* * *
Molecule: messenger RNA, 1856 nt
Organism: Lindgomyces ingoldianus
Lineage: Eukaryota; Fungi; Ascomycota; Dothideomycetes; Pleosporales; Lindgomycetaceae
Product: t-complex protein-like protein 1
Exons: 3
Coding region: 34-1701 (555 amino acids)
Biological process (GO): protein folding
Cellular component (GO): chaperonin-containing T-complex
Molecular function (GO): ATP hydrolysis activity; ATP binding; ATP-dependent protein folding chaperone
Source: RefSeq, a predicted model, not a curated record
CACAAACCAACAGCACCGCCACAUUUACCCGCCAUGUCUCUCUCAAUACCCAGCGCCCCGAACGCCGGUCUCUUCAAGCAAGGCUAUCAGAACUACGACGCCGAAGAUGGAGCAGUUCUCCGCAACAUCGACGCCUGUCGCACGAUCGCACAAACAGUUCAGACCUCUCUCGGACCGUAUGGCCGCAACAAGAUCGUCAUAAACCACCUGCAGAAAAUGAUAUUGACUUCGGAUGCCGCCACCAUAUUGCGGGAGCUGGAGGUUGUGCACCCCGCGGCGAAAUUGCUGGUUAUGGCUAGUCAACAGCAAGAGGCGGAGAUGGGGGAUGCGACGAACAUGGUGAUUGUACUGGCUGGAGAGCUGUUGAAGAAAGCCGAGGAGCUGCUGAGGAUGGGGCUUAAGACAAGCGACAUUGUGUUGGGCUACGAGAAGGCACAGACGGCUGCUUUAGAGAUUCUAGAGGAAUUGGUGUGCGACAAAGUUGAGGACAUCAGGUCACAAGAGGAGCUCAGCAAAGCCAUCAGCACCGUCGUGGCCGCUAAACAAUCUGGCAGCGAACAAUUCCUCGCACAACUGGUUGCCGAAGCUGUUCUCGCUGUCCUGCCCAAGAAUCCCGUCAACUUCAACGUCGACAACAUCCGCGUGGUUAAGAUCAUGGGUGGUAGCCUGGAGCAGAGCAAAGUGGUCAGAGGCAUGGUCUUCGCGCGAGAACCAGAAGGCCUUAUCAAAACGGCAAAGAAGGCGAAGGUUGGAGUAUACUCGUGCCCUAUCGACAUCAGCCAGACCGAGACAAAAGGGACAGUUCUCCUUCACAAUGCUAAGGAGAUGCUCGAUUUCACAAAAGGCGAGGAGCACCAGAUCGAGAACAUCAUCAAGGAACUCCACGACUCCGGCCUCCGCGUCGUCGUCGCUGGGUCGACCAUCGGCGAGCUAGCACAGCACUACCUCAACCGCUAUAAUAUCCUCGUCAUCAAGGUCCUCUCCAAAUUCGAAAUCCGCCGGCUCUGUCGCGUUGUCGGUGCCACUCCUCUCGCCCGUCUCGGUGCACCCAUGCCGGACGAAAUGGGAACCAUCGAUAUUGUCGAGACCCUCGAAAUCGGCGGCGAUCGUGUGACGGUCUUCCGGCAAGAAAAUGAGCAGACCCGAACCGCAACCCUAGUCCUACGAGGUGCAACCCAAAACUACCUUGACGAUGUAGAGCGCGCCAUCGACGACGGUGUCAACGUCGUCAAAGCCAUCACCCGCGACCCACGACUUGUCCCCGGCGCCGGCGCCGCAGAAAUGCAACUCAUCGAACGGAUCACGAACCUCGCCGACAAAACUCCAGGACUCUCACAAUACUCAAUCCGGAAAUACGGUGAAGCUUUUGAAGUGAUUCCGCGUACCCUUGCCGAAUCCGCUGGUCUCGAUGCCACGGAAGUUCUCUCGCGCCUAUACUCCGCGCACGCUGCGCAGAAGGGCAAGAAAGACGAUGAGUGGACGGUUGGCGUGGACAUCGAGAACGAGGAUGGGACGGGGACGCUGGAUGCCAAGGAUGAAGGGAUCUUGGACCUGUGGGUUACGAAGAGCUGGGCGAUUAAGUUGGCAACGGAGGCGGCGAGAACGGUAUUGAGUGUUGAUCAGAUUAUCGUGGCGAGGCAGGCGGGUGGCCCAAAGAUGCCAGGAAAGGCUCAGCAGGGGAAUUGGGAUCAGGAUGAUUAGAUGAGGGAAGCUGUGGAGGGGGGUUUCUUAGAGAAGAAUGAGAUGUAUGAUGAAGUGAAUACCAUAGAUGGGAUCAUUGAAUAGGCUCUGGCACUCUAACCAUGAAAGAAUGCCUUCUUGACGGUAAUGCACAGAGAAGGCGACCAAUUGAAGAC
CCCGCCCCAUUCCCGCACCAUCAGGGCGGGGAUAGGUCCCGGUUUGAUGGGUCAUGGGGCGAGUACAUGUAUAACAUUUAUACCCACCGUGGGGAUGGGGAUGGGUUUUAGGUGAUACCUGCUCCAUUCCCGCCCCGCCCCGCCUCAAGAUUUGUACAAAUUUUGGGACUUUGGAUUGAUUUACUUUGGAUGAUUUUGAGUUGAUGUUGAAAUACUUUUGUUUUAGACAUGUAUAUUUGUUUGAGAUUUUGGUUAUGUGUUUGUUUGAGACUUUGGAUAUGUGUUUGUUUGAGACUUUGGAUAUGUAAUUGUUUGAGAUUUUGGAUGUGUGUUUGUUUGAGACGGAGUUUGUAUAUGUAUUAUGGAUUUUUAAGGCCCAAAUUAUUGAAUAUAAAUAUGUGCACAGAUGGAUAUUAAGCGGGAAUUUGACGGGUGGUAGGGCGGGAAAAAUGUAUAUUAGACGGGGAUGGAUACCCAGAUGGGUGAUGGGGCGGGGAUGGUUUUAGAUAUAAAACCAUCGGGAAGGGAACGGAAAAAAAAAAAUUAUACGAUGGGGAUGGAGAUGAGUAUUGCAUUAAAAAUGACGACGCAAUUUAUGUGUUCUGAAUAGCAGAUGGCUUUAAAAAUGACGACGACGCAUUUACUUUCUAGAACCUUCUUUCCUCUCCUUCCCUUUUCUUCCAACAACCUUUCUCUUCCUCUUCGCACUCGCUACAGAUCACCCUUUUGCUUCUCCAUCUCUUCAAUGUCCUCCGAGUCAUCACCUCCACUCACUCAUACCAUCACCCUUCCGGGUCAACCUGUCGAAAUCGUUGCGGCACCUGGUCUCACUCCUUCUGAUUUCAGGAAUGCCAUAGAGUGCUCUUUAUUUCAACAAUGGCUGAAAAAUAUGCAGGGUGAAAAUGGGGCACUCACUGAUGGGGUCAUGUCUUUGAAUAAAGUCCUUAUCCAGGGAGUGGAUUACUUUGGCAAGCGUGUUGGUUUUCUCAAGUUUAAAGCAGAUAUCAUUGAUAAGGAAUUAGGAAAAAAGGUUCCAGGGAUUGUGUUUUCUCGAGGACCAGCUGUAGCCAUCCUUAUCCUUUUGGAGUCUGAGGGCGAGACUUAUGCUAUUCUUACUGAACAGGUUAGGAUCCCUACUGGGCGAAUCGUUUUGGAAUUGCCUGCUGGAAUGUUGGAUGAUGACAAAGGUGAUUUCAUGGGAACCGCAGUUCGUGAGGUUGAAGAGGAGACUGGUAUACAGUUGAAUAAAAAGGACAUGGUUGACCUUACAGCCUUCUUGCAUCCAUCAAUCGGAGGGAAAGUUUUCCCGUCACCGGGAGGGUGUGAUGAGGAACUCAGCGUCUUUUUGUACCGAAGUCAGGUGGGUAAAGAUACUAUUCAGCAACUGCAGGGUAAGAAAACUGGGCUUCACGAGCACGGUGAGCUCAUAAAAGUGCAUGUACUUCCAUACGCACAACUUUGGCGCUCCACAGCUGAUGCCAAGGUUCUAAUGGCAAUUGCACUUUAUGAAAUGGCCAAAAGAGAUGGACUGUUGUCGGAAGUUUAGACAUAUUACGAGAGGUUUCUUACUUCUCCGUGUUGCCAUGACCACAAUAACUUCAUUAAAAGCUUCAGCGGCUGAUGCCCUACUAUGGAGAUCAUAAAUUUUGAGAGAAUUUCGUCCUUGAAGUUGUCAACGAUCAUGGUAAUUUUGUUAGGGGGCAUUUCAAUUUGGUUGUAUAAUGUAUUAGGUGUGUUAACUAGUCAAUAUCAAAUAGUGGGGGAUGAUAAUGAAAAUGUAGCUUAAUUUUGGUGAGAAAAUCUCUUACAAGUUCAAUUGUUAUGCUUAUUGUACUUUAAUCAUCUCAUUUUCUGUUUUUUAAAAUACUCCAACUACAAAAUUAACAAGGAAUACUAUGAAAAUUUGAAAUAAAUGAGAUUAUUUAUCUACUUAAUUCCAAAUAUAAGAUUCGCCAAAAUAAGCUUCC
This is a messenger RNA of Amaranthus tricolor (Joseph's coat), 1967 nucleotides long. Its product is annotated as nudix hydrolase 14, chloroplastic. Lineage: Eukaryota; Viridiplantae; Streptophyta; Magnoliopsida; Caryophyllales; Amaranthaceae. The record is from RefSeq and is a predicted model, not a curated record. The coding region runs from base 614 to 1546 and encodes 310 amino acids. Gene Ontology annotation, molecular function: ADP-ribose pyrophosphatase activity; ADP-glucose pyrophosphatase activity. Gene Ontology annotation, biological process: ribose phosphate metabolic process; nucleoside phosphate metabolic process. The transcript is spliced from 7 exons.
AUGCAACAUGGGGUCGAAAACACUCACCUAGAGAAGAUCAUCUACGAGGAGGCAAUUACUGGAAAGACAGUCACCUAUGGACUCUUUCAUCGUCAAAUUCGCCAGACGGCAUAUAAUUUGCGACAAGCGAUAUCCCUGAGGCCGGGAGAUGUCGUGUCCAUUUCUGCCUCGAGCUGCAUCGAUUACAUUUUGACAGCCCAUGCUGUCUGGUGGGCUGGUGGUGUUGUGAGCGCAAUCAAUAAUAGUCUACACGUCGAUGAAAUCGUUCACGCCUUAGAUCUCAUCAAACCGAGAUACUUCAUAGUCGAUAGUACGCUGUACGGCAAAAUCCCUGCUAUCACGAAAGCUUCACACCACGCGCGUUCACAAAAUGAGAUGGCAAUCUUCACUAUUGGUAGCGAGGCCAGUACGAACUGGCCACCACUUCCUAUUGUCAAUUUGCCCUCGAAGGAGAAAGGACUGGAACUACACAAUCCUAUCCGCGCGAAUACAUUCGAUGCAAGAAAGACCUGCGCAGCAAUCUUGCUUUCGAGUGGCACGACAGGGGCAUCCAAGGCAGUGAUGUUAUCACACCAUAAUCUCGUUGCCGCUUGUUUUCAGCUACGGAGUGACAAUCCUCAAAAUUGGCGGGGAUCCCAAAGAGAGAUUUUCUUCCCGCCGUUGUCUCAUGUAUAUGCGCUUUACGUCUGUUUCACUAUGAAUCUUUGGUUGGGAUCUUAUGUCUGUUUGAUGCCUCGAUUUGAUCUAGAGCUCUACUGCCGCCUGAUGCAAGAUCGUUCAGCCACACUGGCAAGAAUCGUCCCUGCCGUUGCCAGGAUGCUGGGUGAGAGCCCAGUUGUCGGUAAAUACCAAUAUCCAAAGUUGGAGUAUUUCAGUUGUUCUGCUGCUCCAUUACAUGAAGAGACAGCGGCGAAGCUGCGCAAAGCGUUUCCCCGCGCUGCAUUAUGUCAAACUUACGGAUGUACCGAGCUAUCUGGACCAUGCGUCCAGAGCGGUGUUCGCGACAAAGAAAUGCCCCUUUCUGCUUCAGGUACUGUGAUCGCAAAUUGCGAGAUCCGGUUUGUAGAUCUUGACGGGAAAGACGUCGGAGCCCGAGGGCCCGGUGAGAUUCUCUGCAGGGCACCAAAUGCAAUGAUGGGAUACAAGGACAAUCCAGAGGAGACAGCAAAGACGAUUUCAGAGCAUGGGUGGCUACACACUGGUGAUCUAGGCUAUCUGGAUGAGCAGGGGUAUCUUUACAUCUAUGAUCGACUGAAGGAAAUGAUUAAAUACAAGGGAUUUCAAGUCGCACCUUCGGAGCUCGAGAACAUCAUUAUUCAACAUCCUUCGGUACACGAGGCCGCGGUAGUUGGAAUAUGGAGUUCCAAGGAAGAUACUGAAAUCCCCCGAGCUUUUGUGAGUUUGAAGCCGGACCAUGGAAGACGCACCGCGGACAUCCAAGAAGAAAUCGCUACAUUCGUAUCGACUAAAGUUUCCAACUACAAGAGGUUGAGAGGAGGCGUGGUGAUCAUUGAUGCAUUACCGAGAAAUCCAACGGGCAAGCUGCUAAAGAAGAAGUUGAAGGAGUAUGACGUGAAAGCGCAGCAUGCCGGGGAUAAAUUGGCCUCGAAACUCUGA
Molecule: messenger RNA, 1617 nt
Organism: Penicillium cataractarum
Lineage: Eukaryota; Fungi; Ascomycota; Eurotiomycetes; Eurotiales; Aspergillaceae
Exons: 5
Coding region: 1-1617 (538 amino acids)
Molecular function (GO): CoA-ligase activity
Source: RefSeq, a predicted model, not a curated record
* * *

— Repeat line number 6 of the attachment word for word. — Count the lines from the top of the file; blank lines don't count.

Coding region: 34-1701 (555 amino acids)